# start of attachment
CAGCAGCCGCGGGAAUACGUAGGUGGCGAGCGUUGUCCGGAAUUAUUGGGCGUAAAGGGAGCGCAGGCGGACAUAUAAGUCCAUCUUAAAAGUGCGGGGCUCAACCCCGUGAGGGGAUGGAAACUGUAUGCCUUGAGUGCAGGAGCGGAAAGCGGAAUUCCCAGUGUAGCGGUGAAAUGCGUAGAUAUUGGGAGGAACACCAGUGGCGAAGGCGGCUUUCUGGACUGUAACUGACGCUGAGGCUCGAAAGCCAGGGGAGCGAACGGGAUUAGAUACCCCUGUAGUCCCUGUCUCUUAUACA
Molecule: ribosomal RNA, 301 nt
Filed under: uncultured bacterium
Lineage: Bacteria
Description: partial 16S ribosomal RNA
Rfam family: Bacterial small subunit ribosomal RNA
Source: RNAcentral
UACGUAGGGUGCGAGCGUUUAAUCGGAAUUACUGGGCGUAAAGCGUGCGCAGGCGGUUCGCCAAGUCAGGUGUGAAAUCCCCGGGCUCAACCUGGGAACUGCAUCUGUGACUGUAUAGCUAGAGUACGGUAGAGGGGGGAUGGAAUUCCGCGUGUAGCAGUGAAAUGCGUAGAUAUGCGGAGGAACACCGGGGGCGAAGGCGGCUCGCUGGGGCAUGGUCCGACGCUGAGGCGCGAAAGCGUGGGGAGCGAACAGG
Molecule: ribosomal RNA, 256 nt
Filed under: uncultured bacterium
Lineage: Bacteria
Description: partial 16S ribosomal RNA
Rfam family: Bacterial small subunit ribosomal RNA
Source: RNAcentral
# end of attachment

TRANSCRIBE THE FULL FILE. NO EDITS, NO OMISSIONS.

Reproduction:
CAGCAGCCGCGGGAAUACGUAGGUGGCGAGCGUUGUCCGGAAUUAUUGGGCGUAAAGGGAGCGCAGGCGGACAUAUAAGUCCAUCUUAAAAGUGCGGGGCUCAACCCCGUGAGGGGAUGGAAACUGUAUGCCUUGAGUGCAGGAGCGGAAAGCGGAAUUCCCAGUGUAGCGGUGAAAUGCGUAGAUAUUGGGAGGAACACCAGUGGCGAAGGCGGCUUUCUGGACUGUAACUGACGCUGAGGCUCGAAAGCCAGGGGAGCGAACGGGAUUAGAUACCCCUGUAGUCCCUGUCUCUUAUACA
Molecule: ribosomal RNA, 301 nt
Filed under: uncultured bacterium
Lineage: Bacteria
Description: partial 16S ribosomal RNA
Rfam family: Bacterial small subunit ribosomal RNA
Source: RNAcentral
UACGUAGGGUGCGAGCGUUUAAUCGGAAUUACUGGGCGUAAAGCGUGCGCAGGCGGUUCGCCAAGUCAGGUGUGAAAUCCCCGGGCUCAACCUGGGAACUGCAUCUGUGACUGUAUAGCUAGAGUACGGUAGAGGGGGGAUGGAAUUCCGCGUGUAGCAGUGAAAUGCGUAGAUAUGCGGAGGAACACCGGGGGCGAAGGCGGCUCGCUGGGGCAUGGUCCGACGCUGAGGCGCGAAAGCGUGGGGAGCGAACAGG
Molecule: ribosomal RNA, 256 nt
Filed under: uncultured bacterium
Lineage: Bacteria
Description: partial 16S ribosomal RNA
Rfam family: Bacterial small subunit ribosomal RNA
Source: RNAcentral